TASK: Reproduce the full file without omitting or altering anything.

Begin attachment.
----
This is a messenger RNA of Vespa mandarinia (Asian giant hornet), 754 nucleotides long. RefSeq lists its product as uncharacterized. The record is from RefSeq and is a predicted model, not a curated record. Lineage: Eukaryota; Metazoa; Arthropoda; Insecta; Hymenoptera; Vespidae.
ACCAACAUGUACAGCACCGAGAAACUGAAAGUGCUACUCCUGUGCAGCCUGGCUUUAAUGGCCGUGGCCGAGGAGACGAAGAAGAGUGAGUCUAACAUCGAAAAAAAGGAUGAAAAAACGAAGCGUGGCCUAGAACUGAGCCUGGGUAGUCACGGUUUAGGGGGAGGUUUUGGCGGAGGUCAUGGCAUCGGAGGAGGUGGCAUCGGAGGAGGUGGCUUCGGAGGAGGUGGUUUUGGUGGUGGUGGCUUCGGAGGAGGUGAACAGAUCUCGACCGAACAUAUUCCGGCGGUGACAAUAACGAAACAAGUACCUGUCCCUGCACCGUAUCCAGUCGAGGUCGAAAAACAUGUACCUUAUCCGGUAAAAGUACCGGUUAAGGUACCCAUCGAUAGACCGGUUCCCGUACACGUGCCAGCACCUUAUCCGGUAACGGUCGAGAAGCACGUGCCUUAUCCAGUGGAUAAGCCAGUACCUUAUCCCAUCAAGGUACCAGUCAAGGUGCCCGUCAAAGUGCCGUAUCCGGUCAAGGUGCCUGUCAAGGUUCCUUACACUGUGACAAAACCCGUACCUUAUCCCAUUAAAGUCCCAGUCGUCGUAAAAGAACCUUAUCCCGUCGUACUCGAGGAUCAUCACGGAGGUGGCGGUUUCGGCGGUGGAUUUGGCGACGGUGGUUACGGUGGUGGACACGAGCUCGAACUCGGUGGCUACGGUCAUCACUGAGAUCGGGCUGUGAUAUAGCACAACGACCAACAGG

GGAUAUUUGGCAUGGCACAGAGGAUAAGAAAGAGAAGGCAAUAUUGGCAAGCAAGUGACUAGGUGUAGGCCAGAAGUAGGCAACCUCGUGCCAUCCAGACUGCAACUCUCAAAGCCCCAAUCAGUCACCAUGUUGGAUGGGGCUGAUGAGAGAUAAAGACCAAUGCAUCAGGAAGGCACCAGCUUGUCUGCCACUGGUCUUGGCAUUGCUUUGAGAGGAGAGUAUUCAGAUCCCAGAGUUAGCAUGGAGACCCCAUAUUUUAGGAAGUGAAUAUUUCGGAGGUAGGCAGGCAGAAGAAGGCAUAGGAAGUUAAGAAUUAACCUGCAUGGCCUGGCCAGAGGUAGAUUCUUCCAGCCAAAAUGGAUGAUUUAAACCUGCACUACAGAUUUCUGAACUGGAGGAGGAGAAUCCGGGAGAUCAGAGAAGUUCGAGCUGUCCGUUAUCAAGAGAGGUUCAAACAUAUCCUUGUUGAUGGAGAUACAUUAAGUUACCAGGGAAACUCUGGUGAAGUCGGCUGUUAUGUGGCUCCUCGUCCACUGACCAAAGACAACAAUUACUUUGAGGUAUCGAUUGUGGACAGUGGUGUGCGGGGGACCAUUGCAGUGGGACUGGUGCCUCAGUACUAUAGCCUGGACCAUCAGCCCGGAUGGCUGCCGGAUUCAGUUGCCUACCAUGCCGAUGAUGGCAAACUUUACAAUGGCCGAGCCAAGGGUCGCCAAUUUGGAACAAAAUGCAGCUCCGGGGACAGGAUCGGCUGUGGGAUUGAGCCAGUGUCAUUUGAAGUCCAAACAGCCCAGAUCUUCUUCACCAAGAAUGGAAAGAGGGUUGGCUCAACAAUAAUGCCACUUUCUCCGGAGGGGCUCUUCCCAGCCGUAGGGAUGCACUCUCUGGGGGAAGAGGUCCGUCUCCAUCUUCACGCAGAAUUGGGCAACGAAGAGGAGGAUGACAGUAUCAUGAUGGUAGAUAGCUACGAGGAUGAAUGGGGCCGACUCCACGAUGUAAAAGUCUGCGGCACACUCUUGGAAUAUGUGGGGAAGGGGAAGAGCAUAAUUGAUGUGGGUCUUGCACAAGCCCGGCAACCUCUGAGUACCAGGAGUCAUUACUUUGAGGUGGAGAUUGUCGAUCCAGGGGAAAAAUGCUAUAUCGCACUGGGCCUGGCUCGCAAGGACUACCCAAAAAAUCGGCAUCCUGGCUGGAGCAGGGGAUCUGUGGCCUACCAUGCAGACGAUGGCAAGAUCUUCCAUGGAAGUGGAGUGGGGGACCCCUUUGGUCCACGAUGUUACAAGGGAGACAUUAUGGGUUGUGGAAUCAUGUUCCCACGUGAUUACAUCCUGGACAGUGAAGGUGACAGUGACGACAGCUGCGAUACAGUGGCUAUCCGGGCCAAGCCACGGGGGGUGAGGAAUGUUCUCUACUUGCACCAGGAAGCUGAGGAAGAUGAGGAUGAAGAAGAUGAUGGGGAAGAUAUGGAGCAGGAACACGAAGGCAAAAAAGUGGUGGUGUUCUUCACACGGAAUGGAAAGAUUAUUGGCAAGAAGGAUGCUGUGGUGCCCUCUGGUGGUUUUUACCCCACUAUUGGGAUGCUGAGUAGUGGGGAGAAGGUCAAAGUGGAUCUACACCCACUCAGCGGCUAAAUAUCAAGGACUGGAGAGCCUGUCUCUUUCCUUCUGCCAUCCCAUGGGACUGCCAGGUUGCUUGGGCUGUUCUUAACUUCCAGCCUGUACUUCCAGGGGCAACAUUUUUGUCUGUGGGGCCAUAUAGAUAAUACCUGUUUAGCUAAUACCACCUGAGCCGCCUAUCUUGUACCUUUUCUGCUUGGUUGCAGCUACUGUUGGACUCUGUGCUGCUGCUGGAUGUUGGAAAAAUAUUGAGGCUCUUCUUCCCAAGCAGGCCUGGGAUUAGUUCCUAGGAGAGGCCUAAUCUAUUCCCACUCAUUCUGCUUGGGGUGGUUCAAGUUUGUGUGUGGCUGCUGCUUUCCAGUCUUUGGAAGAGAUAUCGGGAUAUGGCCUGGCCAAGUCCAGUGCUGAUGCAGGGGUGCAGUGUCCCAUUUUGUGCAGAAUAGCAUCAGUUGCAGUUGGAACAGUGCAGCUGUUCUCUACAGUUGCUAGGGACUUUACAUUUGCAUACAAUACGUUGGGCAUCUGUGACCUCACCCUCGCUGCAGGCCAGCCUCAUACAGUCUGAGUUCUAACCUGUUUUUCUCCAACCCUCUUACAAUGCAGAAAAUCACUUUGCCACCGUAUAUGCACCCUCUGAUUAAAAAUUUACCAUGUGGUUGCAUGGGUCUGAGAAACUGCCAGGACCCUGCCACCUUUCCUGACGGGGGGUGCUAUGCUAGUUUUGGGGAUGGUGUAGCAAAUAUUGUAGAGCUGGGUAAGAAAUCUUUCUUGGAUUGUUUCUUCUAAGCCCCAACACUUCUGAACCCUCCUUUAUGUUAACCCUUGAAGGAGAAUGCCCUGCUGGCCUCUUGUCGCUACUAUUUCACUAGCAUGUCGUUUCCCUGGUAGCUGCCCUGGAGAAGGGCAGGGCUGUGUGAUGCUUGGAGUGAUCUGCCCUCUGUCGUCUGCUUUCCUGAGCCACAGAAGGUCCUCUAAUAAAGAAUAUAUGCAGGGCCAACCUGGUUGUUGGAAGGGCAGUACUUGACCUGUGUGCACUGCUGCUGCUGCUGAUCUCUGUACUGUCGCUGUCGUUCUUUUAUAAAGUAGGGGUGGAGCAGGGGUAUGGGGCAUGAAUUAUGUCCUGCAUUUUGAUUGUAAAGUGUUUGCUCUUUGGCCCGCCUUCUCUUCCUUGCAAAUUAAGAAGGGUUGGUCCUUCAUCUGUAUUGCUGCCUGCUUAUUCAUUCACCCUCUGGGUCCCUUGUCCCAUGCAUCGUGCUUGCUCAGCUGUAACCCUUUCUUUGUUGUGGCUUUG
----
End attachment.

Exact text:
This is a messenger RNA of Vespa mandarinia (Asian giant hornet), 754 nucleotides long. RefSeq lists its product as uncharacterized. The record is from RefSeq and is a predicted model, not a curated record. Lineage: Eukaryota; Metazoa; Arthropoda; Insecta; Hymenoptera; Vespidae.
ACCAACAUGUACAGCACCGAGAAACUGAAAGUGCUACUCCUGUGCAGCCUGGCUUUAAUGGCCGUGGCCGAGGAGACGAAGAAGAGUGAGUCUAACAUCGAAAAAAAGGAUGAAAAAACGAAGCGUGGCCUAGAACUGAGCCUGGGUAGUCACGGUUUAGGGGGAGGUUUUGGCGGAGGUCAUGGCAUCGGAGGAGGUGGCAUCGGAGGAGGUGGCUUCGGAGGAGGUGGUUUUGGUGGUGGUGGCUUCGGAGGAGGUGAACAGAUCUCGACCGAACAUAUUCCGGCGGUGACAAUAACGAAACAAGUACCUGUCCCUGCACCGUAUCCAGUCGAGGUCGAAAAACAUGUACCUUAUCCGGUAAAAGUACCGGUUAAGGUACCCAUCGAUAGACCGGUUCCCGUACACGUGCCAGCACCUUAUCCGGUAACGGUCGAGAAGCACGUGCCUUAUCCAGUGGAUAAGCCAGUACCUUAUCCCAUCAAGGUACCAGUCAAGGUGCCCGUCAAAGUGCCGUAUCCGGUCAAGGUGCCUGUCAAGGUUCCUUACACUGUGACAAAACCCGUACCUUAUCCCAUUAAAGUCCCAGUCGUCGUAAAAGAACCUUAUCCCGUCGUACUCGAGGAUCAUCACGGAGGUGGCGGUUUCGGCGGUGGAUUUGGCGACGGUGGUUACGGUGGUGGACACGAGCUCGAACUCGGUGGCUACGGUCAUCACUGAGAUCGGGCUGUGAUAUAGCACAACGACCAACAGG

GGAUAUUUGGCAUGGCACAGAGGAUAAGAAAGAGAAGGCAAUAUUGGCAAGCAAGUGACUAGGUGUAGGCCAGAAGUAGGCAACCUCGUGCCAUCCAGACUGCAACUCUCAAAGCCCCAAUCAGUCACCAUGUUGGAUGGGGCUGAUGAGAGAUAAAGACCAAUGCAUCAGGAAGGCACCAGCUUGUCUGCCACUGGUCUUGGCAUUGCUUUGAGAGGAGAGUAUUCAGAUCCCAGAGUUAGCAUGGAGACCCCAUAUUUUAGGAAGUGAAUAUUUCGGAGGUAGGCAGGCAGAAGAAGGCAUAGGAAGUUAAGAAUUAACCUGCAUGGCCUGGCCAGAGGUAGAUUCUUCCAGCCAAAAUGGAUGAUUUAAACCUGCACUACAGAUUUCUGAACUGGAGGAGGAGAAUCCGGGAGAUCAGAGAAGUUCGAGCUGUCCGUUAUCAAGAGAGGUUCAAACAUAUCCUUGUUGAUGGAGAUACAUUAAGUUACCAGGGAAACUCUGGUGAAGUCGGCUGUUAUGUGGCUCCUCGUCCACUGACCAAAGACAACAAUUACUUUGAGGUAUCGAUUGUGGACAGUGGUGUGCGGGGGACCAUUGCAGUGGGACUGGUGCCUCAGUACUAUAGCCUGGACCAUCAGCCCGGAUGGCUGCCGGAUUCAGUUGCCUACCAUGCCGAUGAUGGCAAACUUUACAAUGGCCGAGCCAAGGGUCGCCAAUUUGGAACAAAAUGCAGCUCCGGGGACAGGAUCGGCUGUGGGAUUGAGCCAGUGUCAUUUGAAGUCCAAACAGCCCAGAUCUUCUUCACCAAGAAUGGAAAGAGGGUUGGCUCAACAAUAAUGCCACUUUCUCCGGAGGGGCUCUUCCCAGCCGUAGGGAUGCACUCUCUGGGGGAAGAGGUCCGUCUCCAUCUUCACGCAGAAUUGGGCAACGAAGAGGAGGAUGACAGUAUCAUGAUGGUAGAUAGCUACGAGGAUGAAUGGGGCCGACUCCACGAUGUAAAAGUCUGCGGCACACUCUUGGAAUAUGUGGGGAAGGGGAAGAGCAUAAUUGAUGUGGGUCUUGCACAAGCCCGGCAACCUCUGAGUACCAGGAGUCAUUACUUUGAGGUGGAGAUUGUCGAUCCAGGGGAAAAAUGCUAUAUCGCACUGGGCCUGGCUCGCAAGGACUACCCAAAAAAUCGGCAUCCUGGCUGGAGCAGGGGAUCUGUGGCCUACCAUGCAGACGAUGGCAAGAUCUUCCAUGGAAGUGGAGUGGGGGACCCCUUUGGUCCACGAUGUUACAAGGGAGACAUUAUGGGUUGUGGAAUCAUGUUCCCACGUGAUUACAUCCUGGACAGUGAAGGUGACAGUGACGACAGCUGCGAUACAGUGGCUAUCCGGGCCAAGCCACGGGGGGUGAGGAAUGUUCUCUACUUGCACCAGGAAGCUGAGGAAGAUGAGGAUGAAGAAGAUGAUGGGGAAGAUAUGGAGCAGGAACACGAAGGCAAAAAAGUGGUGGUGUUCUUCACACGGAAUGGAAAGAUUAUUGGCAAGAAGGAUGCUGUGGUGCCCUCUGGUGGUUUUUACCCCACUAUUGGGAUGCUGAGUAGUGGGGAGAAGGUCAAAGUGGAUCUACACCCACUCAGCGGCUAAAUAUCAAGGACUGGAGAGCCUGUCUCUUUCCUUCUGCCAUCCCAUGGGACUGCCAGGUUGCUUGGGCUGUUCUUAACUUCCAGCCUGUACUUCCAGGGGCAACAUUUUUGUCUGUGGGGCCAUAUAGAUAAUACCUGUUUAGCUAAUACCACCUGAGCCGCCUAUCUUGUACCUUUUCUGCUUGGUUGCAGCUACUGUUGGACUCUGUGCUGCUGCUGGAUGUUGGAAAAAUAUUGAGGCUCUUCUUCCCAAGCAGGCCUGGGAUUAGUUCCUAGGAGAGGCCUAAUCUAUUCCCACUCAUUCUGCUUGGGGUGGUUCAAGUUUGUGUGUGGCUGCUGCUUUCCAGUCUUUGGAAGAGAUAUCGGGAUAUGGCCUGGCCAAGUCCAGUGCUGAUGCAGGGGUGCAGUGUCCCAUUUUGUGCAGAAUAGCAUCAGUUGCAGUUGGAACAGUGCAGCUGUUCUCUACAGUUGCUAGGGACUUUACAUUUGCAUACAAUACGUUGGGCAUCUGUGACCUCACCCUCGCUGCAGGCCAGCCUCAUACAGUCUGAGUUCUAACCUGUUUUUCUCCAACCCUCUUACAAUGCAGAAAAUCACUUUGCCACCGUAUAUGCACCCUCUGAUUAAAAAUUUACCAUGUGGUUGCAUGGGUCUGAGAAACUGCCAGGACCCUGCCACCUUUCCUGACGGGGGGUGCUAUGCUAGUUUUGGGGAUGGUGUAGCAAAUAUUGUAGAGCUGGGUAAGAAAUCUUUCUUGGAUUGUUUCUUCUAAGCCCCAACACUUCUGAACCCUCCUUUAUGUUAACCCUUGAAGGAGAAUGCCCUGCUGGCCUCUUGUCGCUACUAUUUCACUAGCAUGUCGUUUCCCUGGUAGCUGCCCUGGAGAAGGGCAGGGCUGUGUGAUGCUUGGAGUGAUCUGCCCUCUGUCGUCUGCUUUCCUGAGCCACAGAAGGUCCUCUAAUAAAGAAUAUAUGCAGGGCCAACCUGGUUGUUGGAAGGGCAGUACUUGACCUGUGUGCACUGCUGCUGCUGCUGAUCUCUGUACUGUCGCUGUCGUUCUUUUAUAAAGUAGGGGUGGAGCAGGGGUAUGGGGCAUGAAUUAUGUCCUGCAUUUUGAUUGUAAAGUGUUUGCUCUUUGGCCCGCCUUCUCUUCCUUGCAAAUUAAGAAGGGUUGGUCCUUCAUCUGUAUUGCUGCCUGCUUAUUCAUUCACCCUCUGGGUCCCUUGUCCCAUGCAUCGUGCUUGCUCAGCUGUAACCCUUUCUUUGUUGUGGCUUUG